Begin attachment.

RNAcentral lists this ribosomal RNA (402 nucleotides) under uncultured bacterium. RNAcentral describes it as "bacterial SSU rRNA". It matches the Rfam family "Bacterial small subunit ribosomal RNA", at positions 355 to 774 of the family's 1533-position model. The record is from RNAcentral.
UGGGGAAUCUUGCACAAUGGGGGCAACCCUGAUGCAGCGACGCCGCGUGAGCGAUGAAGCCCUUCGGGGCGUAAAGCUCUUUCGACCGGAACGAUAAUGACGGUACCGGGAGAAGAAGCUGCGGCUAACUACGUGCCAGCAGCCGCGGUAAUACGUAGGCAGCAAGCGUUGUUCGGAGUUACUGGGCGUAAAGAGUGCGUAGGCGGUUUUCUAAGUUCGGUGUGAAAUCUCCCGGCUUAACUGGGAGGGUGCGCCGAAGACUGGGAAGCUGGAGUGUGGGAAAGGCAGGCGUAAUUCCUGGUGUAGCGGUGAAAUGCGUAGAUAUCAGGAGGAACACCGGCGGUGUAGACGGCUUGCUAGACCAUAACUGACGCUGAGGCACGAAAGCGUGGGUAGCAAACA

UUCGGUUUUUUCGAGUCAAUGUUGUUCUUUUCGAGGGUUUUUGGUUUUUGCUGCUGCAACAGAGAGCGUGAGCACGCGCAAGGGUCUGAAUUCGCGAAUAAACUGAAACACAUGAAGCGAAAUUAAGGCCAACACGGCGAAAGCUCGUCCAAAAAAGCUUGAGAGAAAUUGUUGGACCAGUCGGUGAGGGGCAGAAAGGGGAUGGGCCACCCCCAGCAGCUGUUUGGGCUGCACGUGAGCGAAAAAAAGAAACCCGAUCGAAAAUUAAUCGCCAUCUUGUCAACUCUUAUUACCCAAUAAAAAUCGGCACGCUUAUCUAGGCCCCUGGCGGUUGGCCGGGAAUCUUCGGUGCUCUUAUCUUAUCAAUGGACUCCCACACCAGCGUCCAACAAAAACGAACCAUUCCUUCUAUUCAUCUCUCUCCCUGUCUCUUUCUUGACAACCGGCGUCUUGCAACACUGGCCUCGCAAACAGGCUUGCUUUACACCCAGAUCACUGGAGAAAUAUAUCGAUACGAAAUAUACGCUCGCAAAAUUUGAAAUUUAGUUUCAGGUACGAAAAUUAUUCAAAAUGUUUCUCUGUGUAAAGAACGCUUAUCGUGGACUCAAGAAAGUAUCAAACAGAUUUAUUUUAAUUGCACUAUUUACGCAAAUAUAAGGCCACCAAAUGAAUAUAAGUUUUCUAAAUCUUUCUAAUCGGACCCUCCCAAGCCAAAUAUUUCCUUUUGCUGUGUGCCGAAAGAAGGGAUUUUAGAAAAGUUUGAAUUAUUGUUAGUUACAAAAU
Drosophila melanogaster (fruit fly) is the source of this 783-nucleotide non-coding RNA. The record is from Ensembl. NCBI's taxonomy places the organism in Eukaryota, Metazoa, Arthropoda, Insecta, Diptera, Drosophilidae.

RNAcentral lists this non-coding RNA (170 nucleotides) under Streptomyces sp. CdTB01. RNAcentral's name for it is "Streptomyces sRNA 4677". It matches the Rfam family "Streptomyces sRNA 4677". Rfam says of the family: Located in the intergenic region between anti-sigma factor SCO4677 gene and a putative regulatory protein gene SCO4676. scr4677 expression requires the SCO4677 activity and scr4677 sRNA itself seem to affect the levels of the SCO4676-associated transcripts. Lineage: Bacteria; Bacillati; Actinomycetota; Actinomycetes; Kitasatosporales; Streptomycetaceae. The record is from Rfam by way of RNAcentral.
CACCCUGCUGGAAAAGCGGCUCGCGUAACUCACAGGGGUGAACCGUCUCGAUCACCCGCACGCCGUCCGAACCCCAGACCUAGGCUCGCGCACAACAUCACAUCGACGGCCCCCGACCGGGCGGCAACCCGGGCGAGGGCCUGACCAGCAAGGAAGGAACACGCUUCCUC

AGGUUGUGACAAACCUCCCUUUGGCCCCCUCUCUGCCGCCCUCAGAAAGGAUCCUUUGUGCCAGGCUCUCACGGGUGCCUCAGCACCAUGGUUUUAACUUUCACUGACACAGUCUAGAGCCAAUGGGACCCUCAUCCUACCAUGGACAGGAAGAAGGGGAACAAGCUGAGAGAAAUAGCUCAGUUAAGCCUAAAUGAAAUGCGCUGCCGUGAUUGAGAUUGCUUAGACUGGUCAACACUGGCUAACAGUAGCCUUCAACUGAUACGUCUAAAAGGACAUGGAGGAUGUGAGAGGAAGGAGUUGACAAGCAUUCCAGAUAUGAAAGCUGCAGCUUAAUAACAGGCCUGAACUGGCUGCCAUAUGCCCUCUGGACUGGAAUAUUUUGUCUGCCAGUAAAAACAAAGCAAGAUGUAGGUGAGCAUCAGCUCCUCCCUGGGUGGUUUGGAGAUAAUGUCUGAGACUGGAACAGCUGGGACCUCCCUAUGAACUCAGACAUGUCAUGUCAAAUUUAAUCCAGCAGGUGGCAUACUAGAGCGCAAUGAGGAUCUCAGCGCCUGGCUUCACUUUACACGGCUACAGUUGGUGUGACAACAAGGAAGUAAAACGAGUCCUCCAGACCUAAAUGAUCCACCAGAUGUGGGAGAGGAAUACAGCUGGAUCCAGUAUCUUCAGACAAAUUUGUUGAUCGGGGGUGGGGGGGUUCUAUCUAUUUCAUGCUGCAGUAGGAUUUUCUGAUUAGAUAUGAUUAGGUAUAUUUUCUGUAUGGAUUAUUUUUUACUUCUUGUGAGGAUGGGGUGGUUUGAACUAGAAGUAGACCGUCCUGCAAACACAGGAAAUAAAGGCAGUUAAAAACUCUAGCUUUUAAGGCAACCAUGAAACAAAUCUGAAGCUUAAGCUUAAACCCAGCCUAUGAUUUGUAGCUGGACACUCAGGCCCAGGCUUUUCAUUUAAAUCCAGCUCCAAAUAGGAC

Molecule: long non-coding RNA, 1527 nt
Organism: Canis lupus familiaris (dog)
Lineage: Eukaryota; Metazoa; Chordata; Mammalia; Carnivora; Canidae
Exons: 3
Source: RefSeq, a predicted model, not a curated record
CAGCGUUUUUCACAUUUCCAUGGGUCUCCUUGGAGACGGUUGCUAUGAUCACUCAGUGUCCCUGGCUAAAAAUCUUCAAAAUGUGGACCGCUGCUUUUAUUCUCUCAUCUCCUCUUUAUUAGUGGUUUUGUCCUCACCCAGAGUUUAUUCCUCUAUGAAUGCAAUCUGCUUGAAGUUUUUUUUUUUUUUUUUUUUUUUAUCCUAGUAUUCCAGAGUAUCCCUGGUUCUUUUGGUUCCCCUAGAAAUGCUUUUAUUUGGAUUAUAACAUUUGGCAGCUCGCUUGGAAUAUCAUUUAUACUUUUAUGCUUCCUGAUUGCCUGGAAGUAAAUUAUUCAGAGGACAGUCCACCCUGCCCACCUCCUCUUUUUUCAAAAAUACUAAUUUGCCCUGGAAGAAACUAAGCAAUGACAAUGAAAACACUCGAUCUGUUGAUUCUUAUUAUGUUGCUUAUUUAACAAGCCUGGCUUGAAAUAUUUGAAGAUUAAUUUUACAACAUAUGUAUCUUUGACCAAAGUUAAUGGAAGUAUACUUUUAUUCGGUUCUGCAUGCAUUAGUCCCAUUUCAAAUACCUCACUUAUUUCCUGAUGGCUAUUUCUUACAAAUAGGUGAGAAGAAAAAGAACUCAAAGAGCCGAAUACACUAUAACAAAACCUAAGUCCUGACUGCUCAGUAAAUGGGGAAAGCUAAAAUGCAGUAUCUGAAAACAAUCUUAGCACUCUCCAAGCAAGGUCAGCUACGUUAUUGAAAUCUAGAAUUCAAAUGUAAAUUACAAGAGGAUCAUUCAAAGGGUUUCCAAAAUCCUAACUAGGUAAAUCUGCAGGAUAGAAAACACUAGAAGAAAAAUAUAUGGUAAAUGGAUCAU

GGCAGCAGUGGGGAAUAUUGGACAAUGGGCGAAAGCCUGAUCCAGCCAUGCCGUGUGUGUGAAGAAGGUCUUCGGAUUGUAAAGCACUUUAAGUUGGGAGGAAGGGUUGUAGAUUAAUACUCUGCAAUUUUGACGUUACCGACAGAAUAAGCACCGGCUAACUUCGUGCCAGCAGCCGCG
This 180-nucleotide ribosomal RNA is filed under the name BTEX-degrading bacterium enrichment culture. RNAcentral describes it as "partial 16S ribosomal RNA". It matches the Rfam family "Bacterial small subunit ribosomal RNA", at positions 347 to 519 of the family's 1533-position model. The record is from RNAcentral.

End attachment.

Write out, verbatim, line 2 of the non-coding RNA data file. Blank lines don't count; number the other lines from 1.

UGGGGAAUCUUGCACAAUGGGGGCAACCCUGAUGCAGCGACGCCGCGUGAGCGAUGAAGCCCUUCGGGGCGUAAAGCUCUUUCGACCGGAACGAUAAUGACGGUACCGGGAGAAGAAGCUGCGGCUAACUACGUGCCAGCAGCCGCGGUAAUACGUAGGCAGCAAGCGUUGUUCGGAGUUACUGGGCGUAAAGAGUGCGUAGGCGGUUUUCUAAGUUCGGUGUGAAAUCUCCCGGCUUAACUGGGAGGGUGCGCCGAAGACUGGGAAGCUGGAGUGUGGGAAAGGCAGGCGUAAUUCCUGGUGUAGCGGUGAAAUGCGUAGAUAUCAGGAGGAACACCGGCGGUGUAGACGGCUUGCUAGACCAUAACUGACGCUGAGGCACGAAAGCGUGGGUAGCAAACA